15 October 2019

Welcome to Tuesday’s Foundation podcast. Today’s reading is Acts 7:54- 8:3. We are going to focus on verses 59-60:

While they were stoning him, Stephen prayed, “LORD Jesus, receive my spirit.” Then he fell on his knees and cried out, “LORD, do not hold this sin against them.” When he had said this, he fell asleep.


This week, off the back of the latest Grow Project session, we are looking at what it means to be a witness for Jesus. As apprentices of Jesus, we each have a story, a personal testimony of how we have experienced Jesus and the way he has transformed our lives. Our prayer this week is that as we look at the Bible together we would be encouraged to look for ways in which we can share that story with those around is words and action.

Yesterday we began to focus on Stephen – standing firm in the face of opposition from an increasingly enraged group of religious leaders being shown how they have constantly turned their back on God. In today’s reading we see this reach its climax. Stephen’s defence speech is suddenly cut short. The Sanhedrin cannot stand to hear any more and such is their rage – they cast him out of the building and they brutally execute him.

It’s a truly dramatic passage of scripture; you can hear it read in full at the end of this reflection.

Stephen dies with two prayers on his lips: ‘Lord receive my Spirit’ and ‘Lord do not hold their sins against them’ – both echoing Jesus’ words on the cross. We’ve focused on these verses today because Stephen’s words and actions here are truly incredible. How can he forgive these people at the moment they are stoning him, ending his life – all because he told the truth? How can he do that? I don’t know about you but I find his words and actions here totally staggering.

As we look at Stephen again today we are reminded that to be a Christian, to follow Christ, is to be someone whose life is marked by forgiveness – aware of our own need for it and quick to offer it to others. Paul writes to the church in Colossae: Bear with each other and forgive one another if any of you has a grievance against someone. Forgive as the LORD forgave you. We are called to be a people who forgive. Something which is easy to say, a nice ideal as it were, but often incredibly hard to do. C.S Lewis: “Everyone thinks forgiveness is a lovely idea until he has something to forgive.”

As I wrote this reflection on forgiveness, I was reminded again of a clip from the Alpha film series – Why did Jesus die? It moves me every time I see it. In the episode we hear the story of Corrie Ten Boom, a Dutch Christian who hid Jews during WW2. She was captured and taken to Ravensbruck Concentration camp. She escaped but her father and sister died whilst there. Years later, she spoke to others about her experience and what it means to forgive. On one such an occasion she met a former Nazi soldier who served at Ravensbruck but had since become a Christian. He asked her to forgive him. She recalls her account of that moment and what she said – you can watch it in full here (24min 52s): https://vimeo.com/250767723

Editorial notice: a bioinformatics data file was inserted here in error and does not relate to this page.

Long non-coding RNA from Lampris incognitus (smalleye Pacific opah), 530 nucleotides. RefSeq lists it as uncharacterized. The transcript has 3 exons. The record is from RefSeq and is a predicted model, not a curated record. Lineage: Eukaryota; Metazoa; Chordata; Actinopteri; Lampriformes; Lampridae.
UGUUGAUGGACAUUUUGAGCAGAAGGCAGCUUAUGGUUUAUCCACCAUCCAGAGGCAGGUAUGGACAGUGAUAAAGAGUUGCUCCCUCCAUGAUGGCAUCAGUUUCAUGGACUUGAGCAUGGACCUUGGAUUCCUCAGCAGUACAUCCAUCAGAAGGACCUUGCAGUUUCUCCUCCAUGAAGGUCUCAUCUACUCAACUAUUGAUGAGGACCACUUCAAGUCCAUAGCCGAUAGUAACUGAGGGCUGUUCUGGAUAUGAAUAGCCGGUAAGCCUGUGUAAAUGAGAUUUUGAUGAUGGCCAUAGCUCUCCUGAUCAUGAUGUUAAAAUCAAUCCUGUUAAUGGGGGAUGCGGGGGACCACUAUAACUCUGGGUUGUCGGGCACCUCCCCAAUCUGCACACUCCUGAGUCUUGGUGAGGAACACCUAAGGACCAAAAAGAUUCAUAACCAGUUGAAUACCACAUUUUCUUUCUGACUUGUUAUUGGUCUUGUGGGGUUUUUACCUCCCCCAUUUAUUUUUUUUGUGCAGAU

Like Stephen, her story is an incredible example of what it means to forgive. She closes by saying this: “Can you forgive? No,” she explains, “neither can I, but He can.”

As people who have encountered and received Christ into our lives – we are a people forever marked by forgiveness. In dying on the cross, Jesus took our shame, our guilt, our sin and he died in our place so that we are forgiven and restored to God. Forgiveness defines us as a people. We receive continual forgiveness, therefore we are to be continually forgiving.

I’ve heard it put like this: Forgiveness is a choice but it’s not an option. Being someone who forgives – it’s the only way to live. Forgiveness is the way we embrace the better, richer and fuller life that Jesus came to give each of us.

To forgive is not easy, but it is the only way…because it’s Jesus’ way. And it’s part of your story and my story. Today and in the days ahead let’s ask God to help us display forgiveness to others. That as we are the first to say sorry, to let go, to reconcile our differences with people, to be bringers of peace – that we would reveal the heart of who God truly is to those who have yet to experience him.


Father, we thank you for Jesus – that by his wounds we are healed, we are forgiven. Lord, help us know that truth in our hearts today as we turn and confess our need for you. Help us to live as forgiven and free people this day and to extend your forgiveness to those around us. Amen.

READING: Acts 7:54-8:3

When the members of the Sanhedrin heard this, they were furious and gnashed their teeth at him. But Stephen, full of the Holy Spirit, looked up to heaven and saw the glory of God, and Jesus standing at the right hand of God. ‘Look,’ he said, ‘I see heaven open and the Son of Man standing at the right hand of God.’

At this they covered their ears and, yelling at the top of their voices, they all rushed at him, dragged him out of the city and began to stone him. Meanwhile, the witnesses laid their coats at the feet of a young man named Saul.

While they were stoning him, Stephen prayed, ‘Lord Jesus, receive my spirit.’ Then he fell on his knees and cried out, ‘Lord, do not hold this sin against them.’ When he had said this, he fell asleep.

And Saul approved of their killing him.

On that day a great persecution broke out against the church in Jerusalem, and all except the apostles were scattered throughout Judea and Samaria. Godly men buried Stephen and mourned deeply for him. But Saul began to destroy the church. Going from house to house, he dragged off both men and women and put them in prison.